Baked an apple cake, tested, good!
Part of a belated Birthday present!
Not actually that mundane to me, I wonder what Jithin thinks.
Jen H has chosen transition for this weeks photo challenge, and invites us to show and image or series. This is quite a tough one to be original with at least. I hope that you think my choice demonstrates transition.
There was an abundance of fruit this year, both cultivated and wild and home made jam and jelly is way better than mass produced.
The crab apple tree gave generously.
One day went to buy some jam jars at Lakeland and got chatting to the lady there, she asked what I was planning to make. I said the next thing was crab apple jelly.’Ooo lovely’ she said, ‘but have you tried crab apple and hawthorn? it’s even better’. Hawthorn grows in practically every hedgerow in England and even the hungriest of birds can’t eat it all, and I do love a forage.
Being so tiny they take forever to pick.
There was enough to make a few jars. This is the gunge left behind after straining through a jelly bag.
This is the lovely jewel like juice produced.
Best of all, the Lakeland lady was right, the mix of Crab apple and hawthorn makes a delicious sweet jelly,
See the colour difference, the hawthorn and crab together is at the back. Both are a delicious transition !
On Saturday I met up with Malcolm, the African Chef . He and his lovely wife have gained a third beautiful child since I last saw him, a 3 month old baby boy. His delicious products are doing well and he’s added new and tempting things to the range, as well as the original favourites. We talked about social media, and he was really inspirational, encouraging me to get on with my novel, thanks Malcolm, I’ll see what I can do!
Of course we talked about food and a recipe on his website that includes two of my favourite things, coconut and butternut squash, he kindly said that it’s okay to share it with you.
Ingredients: (serves 4)
1 Large Butternut (1.2KG) diced with skin on.
1/2 Small Lemon
2 Garlic Cloves
1 Inch fresh ginger
1 Tbs Organic coconut Oil (or any other oil you may have)
1 x Tin Organic coconut milk – we like Biona organic as it contains 50% organic coconut and water
Dried Pumpkin leaves (optional)
Handful of watercress
Drizzle of The African Chef – Fire Water
I just love the squashes, they are so versatile, easy to grow, have a wonderful flavour can be made into so many healthy dishes and have a long shelf life, so can be stored for a few months before being eaten. This recipe is healthy, delicious, rich, creamy and 100% Vegan !
Method and Cooking time (35 – 45 mins)
Wash and slice the butternut in half lengthways and scoop out the seeds using a spoon. Chop the butternut into large cubes (approx 1 – 2 inches). Lightly grease a baking tray with coconut oil. Slice the lemon into rings, peel the garlic and leave the cloves whole. Slice the ginger and add all the ingredients to the baking tray. Season with salt and pepper and roast in the oven for around 30-40 minutes until cooked.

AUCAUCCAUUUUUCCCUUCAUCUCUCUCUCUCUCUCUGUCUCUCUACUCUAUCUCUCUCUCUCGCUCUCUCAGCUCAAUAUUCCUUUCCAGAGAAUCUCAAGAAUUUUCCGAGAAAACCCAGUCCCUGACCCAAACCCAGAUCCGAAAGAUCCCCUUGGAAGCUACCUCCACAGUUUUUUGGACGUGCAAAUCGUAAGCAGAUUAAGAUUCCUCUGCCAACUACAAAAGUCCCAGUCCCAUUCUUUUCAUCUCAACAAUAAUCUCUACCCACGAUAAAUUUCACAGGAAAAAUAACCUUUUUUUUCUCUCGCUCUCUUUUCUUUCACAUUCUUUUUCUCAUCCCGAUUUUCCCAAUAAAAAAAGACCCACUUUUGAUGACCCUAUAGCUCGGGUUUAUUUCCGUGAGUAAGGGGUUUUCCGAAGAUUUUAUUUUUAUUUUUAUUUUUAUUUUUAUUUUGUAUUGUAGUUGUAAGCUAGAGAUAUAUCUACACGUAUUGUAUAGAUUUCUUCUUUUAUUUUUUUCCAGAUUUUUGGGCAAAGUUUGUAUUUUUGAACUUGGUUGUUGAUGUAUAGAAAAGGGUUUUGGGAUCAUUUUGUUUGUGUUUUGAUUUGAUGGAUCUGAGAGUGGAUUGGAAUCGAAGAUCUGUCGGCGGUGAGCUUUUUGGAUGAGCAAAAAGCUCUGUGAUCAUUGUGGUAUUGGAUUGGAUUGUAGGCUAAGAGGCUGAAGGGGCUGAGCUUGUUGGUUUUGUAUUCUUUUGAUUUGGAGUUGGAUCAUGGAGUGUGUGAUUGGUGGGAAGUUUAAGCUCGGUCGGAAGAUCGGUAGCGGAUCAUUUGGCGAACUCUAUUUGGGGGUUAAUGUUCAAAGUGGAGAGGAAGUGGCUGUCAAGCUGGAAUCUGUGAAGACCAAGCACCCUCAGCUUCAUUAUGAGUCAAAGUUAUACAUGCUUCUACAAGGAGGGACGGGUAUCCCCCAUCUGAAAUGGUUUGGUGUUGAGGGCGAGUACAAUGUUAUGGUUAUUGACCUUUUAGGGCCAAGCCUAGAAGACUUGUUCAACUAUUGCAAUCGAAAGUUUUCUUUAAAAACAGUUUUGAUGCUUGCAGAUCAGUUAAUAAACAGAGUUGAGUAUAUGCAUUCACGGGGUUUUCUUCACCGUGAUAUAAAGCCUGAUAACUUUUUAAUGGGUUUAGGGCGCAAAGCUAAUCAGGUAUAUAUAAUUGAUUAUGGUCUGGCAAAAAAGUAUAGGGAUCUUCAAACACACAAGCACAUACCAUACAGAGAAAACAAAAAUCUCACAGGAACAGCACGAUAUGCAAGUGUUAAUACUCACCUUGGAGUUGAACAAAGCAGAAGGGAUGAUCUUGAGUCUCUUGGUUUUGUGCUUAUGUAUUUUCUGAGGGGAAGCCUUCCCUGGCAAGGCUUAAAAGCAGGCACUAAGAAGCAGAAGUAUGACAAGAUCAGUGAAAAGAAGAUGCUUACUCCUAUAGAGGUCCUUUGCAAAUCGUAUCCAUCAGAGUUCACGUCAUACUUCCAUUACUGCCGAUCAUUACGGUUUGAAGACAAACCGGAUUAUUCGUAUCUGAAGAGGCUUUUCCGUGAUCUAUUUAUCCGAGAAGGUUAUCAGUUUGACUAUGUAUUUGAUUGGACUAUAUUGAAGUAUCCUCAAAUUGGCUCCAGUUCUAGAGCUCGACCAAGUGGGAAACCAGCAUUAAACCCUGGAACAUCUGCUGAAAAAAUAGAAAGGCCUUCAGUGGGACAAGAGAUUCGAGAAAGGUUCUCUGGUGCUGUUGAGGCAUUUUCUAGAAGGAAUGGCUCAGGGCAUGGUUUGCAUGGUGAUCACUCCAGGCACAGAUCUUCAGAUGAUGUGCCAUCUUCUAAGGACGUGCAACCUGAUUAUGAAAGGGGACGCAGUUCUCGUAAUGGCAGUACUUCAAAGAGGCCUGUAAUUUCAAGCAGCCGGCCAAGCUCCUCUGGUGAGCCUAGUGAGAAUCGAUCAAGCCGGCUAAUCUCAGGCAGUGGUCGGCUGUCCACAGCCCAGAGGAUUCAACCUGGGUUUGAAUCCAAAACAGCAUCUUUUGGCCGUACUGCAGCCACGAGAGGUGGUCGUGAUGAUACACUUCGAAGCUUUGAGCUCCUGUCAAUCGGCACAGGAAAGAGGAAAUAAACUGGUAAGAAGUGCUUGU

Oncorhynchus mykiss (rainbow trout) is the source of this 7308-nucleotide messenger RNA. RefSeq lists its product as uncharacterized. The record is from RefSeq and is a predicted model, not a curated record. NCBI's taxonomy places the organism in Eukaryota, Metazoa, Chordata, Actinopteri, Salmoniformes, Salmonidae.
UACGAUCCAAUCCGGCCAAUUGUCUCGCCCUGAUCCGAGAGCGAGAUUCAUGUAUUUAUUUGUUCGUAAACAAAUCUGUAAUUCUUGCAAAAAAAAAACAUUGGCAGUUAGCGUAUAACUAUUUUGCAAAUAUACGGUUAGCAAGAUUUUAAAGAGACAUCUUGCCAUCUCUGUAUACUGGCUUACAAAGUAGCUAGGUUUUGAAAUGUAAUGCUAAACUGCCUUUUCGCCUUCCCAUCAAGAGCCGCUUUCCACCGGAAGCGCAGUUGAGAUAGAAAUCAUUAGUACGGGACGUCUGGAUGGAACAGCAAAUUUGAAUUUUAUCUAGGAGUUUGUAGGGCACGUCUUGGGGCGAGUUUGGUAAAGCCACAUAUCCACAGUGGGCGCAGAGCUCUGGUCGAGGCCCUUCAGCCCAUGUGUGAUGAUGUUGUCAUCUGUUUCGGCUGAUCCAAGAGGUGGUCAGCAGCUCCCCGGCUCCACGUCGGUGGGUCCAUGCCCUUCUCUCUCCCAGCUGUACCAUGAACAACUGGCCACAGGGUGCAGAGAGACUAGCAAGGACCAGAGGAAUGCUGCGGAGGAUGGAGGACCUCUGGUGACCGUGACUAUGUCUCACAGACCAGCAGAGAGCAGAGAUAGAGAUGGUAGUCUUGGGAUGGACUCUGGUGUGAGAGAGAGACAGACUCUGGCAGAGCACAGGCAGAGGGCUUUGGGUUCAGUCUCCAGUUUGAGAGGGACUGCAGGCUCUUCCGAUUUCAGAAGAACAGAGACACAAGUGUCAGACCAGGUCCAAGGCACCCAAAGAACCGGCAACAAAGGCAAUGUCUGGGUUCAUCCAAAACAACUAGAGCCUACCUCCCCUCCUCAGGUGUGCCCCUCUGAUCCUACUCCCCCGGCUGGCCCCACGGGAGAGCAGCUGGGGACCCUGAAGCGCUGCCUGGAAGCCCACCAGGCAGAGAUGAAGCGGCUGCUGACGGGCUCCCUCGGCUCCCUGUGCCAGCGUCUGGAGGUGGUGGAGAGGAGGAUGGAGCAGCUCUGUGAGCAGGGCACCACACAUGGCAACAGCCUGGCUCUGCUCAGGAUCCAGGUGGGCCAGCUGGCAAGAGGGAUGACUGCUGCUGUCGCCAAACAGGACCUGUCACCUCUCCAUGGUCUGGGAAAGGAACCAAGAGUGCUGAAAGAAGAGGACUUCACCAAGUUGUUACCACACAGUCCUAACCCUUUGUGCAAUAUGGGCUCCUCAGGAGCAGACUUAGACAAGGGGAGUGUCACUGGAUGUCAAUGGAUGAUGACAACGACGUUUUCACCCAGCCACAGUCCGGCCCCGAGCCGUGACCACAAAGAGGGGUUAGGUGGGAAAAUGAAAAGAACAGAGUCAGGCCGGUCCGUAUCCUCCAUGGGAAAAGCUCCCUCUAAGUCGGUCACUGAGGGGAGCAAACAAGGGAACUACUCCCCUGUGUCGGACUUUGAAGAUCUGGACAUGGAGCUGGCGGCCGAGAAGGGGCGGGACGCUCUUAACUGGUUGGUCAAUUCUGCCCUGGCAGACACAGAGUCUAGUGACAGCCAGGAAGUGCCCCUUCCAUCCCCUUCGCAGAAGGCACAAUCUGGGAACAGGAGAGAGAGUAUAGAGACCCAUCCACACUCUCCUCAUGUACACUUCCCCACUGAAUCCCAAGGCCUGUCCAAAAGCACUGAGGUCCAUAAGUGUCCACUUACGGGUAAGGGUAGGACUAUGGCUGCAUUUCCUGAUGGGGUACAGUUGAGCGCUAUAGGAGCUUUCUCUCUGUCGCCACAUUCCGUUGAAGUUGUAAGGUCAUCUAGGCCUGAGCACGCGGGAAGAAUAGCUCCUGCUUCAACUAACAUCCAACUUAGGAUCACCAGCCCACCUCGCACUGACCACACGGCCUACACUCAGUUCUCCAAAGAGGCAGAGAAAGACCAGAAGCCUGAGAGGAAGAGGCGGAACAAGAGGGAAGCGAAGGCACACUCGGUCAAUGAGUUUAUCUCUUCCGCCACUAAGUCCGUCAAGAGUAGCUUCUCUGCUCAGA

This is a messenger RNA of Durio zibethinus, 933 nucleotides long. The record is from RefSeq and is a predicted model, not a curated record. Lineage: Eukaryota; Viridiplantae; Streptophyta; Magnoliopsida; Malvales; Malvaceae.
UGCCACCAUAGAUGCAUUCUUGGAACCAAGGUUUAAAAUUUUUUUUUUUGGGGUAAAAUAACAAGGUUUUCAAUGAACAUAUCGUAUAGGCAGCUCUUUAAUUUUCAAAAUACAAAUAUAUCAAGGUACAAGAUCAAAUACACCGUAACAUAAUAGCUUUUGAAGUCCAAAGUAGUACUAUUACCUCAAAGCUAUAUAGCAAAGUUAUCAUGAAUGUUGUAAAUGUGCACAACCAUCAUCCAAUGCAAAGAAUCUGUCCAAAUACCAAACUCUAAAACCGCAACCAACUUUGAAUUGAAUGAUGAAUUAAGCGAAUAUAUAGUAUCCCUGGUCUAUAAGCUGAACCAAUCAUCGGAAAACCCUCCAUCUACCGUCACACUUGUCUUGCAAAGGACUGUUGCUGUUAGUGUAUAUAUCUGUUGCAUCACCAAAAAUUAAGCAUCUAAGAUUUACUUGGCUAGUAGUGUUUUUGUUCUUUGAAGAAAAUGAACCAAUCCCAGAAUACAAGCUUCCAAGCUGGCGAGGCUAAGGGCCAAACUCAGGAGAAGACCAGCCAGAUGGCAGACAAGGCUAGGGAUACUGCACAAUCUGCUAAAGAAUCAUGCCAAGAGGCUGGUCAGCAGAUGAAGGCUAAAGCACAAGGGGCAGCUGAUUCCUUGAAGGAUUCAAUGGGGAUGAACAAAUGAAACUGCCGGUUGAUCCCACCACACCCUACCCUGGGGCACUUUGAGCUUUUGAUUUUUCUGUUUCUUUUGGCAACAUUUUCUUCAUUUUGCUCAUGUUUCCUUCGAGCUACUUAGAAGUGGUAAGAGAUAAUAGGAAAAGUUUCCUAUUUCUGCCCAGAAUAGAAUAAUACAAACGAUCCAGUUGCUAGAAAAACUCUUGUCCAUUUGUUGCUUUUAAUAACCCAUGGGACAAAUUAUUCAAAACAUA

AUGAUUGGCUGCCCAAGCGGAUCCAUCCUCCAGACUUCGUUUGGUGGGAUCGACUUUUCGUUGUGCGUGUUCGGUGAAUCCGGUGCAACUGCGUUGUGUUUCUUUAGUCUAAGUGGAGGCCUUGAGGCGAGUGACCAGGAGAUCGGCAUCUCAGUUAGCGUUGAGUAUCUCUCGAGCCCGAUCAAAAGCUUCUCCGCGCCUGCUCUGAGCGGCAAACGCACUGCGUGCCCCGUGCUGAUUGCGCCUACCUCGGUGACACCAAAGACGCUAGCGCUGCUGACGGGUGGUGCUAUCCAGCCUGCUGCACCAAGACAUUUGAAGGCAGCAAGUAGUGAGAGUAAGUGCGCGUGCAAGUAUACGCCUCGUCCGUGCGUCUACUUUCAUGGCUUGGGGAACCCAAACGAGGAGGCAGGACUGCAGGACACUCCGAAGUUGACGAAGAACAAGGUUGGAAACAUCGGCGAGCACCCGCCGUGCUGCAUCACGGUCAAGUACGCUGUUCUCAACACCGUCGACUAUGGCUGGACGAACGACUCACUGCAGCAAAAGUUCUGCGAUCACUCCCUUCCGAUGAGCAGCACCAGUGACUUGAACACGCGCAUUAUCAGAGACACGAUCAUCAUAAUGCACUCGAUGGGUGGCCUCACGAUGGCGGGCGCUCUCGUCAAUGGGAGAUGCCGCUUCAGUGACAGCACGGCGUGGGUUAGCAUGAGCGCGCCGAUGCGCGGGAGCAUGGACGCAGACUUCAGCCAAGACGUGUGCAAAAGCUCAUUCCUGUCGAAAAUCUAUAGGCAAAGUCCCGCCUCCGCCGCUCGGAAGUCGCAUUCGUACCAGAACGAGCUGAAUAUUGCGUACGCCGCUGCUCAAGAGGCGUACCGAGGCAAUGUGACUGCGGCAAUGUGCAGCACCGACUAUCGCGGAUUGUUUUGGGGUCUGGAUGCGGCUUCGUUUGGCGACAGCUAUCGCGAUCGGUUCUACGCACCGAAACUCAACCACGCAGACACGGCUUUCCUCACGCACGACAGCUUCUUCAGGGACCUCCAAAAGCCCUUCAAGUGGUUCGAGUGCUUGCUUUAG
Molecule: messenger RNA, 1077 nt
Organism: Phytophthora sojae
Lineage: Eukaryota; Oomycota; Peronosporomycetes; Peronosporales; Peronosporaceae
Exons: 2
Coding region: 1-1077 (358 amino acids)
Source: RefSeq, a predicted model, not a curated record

Next add roasted butternut to a large sauce pan on a very low heat with the coconut milk, dried pumpkin leaves and blend until smooth. If the mixture is a little thick add a little warm water until you get a lovely smooth texture, finally add the watercress and blend again and serve.
Garnish with a little watercress and drizzle with firewater. Copyright Malcolm Riley, The African Chef.
If you visit Malcolm here, he shares some really interesting information about the properties of butternut squash and coconut oil, as well as some more recipes, like the best way to use leftover turkey, very timely. You can also visit the online shop, a treasure trove of unusual flavours, check out the alcoholic chillies! From the website, I was delighted to learn the name of a mystery fruit, that I tried in Nigeria many years ago, safou.
This week the challenge is to share a photo or several that express ‘fresh’, and I’ve found it really difficult. I’ve seen lots of gorgeous images of flowers and food and I thought I would do the same. At last I came across this shot of a recently ploughed field, fresh and ready for seed.
So then I was able to make a link to the earth, with these colourful plants in the garden centre, ready for the soil.
And lastly, a tasty harvest from the earth.
You can join in and see lots more entries here.
Since June I’ve been regularly checking on a tree when I walk the dogs. At first it had tiny green berries and by early July they looked like small green olives. Excitement mounted as they began to colour, just tinges of purple at first, but they didn’t seem to grow any bigger because of the relentless heat we had. Busyness meant I didn’t take that route for a while and then last week I jumped with joy, they were starting to ripen. I had a bag with me intending to pick blackberries but instead I picked windfalls. Have you guessed what they are yet?
Who needs blackberries when there are damsons? Last year there were so few that they weren’t worth picking, but now they are all over the ground under the tree. I don’t think that anyone else picks them, can you believe that? They are in a public place that has a good number of walkers and yet they just fall and go to waste, except for the birds and squirrels. Perhaps because its in a city rather than the country, people don’t know what they are or what to do with them. Doesn’t anyone else like damson jam or blackberry and apple pie? Surely one of the joys of summer is going to pick blackberries? I love to get free food, and spreading damson jelly on my toast through the dark winter helps to make it tolerable.
What do you gather? Or am I the last of a dying breed of hedgerow raiders?
Why not go hunting in your area and see what you can find? If you’re not sure what to pick, ask an old woman like me or of course just do an image search on the internet. Foraging is the perfect way to spend a summer evening.